Editor’s note: This is part of a 32-part series dissecting the 85th Academy Awards, brought to you by the Large Association of Movie Blogs and its assorted members. Every day leading up to the Oscars, a new post written by a different LAMB will be published, each covering a different category of the Oscars. To read the other posts regarding this event, please click here. Thank you, and enjoy!
Andrew of Two Tickets For…
Andrew: Hello dear readers! Maybe some of you are familiar with the movie blog my wife Sarah and I write, Two Tickets For… (www.twoticketsfor.com), but I’m sure most of you are not. Normally Sarah and I write reviews and articles in a conversational, back-and-forth format but for this particular breakdown of the Best Supporting Actor category in the 85th Annual Academy Awards, we decided to do it separately because she had a gangbusters idea to write letters to each of the nominees, and she knocked it out of the park.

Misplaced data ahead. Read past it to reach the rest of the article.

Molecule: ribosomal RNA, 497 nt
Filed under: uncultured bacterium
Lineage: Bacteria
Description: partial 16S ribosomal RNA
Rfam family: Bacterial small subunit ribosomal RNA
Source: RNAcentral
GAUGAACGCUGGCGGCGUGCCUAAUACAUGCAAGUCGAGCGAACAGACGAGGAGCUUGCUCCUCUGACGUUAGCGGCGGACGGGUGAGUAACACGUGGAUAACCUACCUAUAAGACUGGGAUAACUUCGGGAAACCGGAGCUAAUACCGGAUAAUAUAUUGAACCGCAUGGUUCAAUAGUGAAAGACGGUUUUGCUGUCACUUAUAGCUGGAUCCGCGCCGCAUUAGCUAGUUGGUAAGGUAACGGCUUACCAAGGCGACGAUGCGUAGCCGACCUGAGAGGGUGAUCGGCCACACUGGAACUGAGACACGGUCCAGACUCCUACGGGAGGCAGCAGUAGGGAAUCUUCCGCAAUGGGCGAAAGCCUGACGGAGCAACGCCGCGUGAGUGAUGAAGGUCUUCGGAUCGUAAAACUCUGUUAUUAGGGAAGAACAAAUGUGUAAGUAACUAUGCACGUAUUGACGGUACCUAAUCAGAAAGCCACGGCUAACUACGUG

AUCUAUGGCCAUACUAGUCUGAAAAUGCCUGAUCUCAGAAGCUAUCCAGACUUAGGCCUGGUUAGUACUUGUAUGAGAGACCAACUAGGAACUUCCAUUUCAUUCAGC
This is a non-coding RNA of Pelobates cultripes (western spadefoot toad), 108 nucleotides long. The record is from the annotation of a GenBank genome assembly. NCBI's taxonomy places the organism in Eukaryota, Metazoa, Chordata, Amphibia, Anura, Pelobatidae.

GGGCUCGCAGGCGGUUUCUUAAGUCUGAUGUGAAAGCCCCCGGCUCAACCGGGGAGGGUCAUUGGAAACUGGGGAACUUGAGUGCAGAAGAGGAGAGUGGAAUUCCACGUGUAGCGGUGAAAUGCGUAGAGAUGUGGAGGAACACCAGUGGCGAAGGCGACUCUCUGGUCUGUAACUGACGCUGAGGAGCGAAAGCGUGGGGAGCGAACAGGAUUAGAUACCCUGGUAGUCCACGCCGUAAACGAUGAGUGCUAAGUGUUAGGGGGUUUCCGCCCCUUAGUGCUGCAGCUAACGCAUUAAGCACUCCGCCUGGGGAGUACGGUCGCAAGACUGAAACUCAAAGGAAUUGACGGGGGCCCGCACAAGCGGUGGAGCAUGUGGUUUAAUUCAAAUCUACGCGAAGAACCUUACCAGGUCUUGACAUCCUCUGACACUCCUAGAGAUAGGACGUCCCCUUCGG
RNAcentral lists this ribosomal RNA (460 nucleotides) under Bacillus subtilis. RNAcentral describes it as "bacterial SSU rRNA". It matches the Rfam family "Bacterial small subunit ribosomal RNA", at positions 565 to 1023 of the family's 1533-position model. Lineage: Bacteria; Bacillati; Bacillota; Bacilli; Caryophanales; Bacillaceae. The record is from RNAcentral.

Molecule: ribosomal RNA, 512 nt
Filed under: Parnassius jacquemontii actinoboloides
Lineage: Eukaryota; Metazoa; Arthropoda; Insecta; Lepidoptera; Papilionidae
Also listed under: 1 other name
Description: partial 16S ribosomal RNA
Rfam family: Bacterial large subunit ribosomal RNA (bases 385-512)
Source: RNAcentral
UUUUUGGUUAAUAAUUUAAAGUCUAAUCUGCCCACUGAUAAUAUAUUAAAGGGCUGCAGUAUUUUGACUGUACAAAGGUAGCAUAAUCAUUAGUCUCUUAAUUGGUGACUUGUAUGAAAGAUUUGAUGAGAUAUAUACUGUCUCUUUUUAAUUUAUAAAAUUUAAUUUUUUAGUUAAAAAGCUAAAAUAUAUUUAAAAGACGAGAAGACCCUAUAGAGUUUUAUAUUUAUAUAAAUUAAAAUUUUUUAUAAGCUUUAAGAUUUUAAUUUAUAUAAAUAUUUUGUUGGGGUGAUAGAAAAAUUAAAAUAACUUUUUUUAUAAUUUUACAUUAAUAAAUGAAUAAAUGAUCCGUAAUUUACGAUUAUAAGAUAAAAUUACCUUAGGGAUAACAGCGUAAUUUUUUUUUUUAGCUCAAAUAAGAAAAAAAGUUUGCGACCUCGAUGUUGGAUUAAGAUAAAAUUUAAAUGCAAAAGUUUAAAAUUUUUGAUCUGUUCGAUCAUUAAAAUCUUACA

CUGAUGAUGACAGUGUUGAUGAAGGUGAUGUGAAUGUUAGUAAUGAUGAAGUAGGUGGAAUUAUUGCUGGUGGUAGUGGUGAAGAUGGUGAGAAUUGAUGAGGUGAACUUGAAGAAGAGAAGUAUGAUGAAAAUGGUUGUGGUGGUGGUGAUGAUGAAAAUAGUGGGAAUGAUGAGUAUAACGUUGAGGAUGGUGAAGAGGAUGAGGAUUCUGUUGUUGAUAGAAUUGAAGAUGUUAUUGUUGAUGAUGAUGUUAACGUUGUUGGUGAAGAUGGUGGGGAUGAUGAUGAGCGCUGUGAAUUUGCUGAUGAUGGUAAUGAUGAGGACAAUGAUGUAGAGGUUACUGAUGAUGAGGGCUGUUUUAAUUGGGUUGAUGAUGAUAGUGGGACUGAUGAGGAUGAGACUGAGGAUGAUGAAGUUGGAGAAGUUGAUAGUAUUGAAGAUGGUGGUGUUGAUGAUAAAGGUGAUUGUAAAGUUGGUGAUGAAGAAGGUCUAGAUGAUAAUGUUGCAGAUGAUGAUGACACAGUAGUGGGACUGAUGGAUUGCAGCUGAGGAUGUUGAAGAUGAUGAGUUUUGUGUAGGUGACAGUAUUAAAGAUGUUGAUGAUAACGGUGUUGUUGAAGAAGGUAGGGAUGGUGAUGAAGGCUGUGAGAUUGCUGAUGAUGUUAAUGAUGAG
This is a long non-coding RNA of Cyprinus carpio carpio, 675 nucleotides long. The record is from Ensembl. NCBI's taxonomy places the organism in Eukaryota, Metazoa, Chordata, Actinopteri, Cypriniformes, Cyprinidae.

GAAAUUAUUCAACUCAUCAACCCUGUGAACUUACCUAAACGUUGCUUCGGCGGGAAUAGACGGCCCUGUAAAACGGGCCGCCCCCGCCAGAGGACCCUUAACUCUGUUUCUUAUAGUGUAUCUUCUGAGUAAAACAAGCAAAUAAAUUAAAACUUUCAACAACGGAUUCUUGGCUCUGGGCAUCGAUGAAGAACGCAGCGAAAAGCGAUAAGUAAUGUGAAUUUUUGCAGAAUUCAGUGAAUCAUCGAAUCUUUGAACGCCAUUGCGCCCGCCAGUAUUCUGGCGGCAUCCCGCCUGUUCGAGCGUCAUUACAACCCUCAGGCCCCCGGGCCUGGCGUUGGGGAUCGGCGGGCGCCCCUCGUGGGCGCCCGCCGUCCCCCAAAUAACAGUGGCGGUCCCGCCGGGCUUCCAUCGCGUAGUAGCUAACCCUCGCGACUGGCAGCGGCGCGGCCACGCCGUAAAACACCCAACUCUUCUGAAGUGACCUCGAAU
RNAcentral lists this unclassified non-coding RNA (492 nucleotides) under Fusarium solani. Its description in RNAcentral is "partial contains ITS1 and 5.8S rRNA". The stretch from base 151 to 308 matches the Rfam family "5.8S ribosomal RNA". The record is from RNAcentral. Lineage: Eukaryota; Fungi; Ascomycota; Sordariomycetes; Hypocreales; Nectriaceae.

That left me to my own devices on how to break down what is without a doubt the most competitive of the four acting categories. I mean, c’mon – every single gentleman in this category has already won an Oscar (a first, I believe) and they all had fantastic performances. There’s not a dud in the joint.
So I figured the best way to break down the category was for me to spell out exactly why I think each nominee COULD win the award, as well as breaking down which nominees WON’T win, and of course eventually who I think WILL win the award and why. So let’s get to it, shall we?
PHILLIP SEYMOUR HOFFMAN
Why He Could Win: Phillip Seymour Hoffman gave what I personally feel was one of the best performances not only of the year, but of his career. As Lancaster Dodd, the enigmatic leader of The Cause, he toed the line between being a snake charmer and being the snake himself. There are three particular scenes for which he single-handedly could have been nominated for the award for – the processing scene, the scene where he’s openly challenged, and the final scene he and Joaquin Phoenix’s Freddie Quell share in England. He’s equal parts electrifying, charming, scary and Hoffman just has a presence about him that you’d be hard-pressed to argue with him winning the award any other year.
Why He Won’t Win: Because of the four actors nominated in this category, Hoffman’s movie made the least amount of money at the box office and made the smallest splash on the scene. He’s great in it, but compared to the other heavyweights in the category, his performance is but a blip on the radar.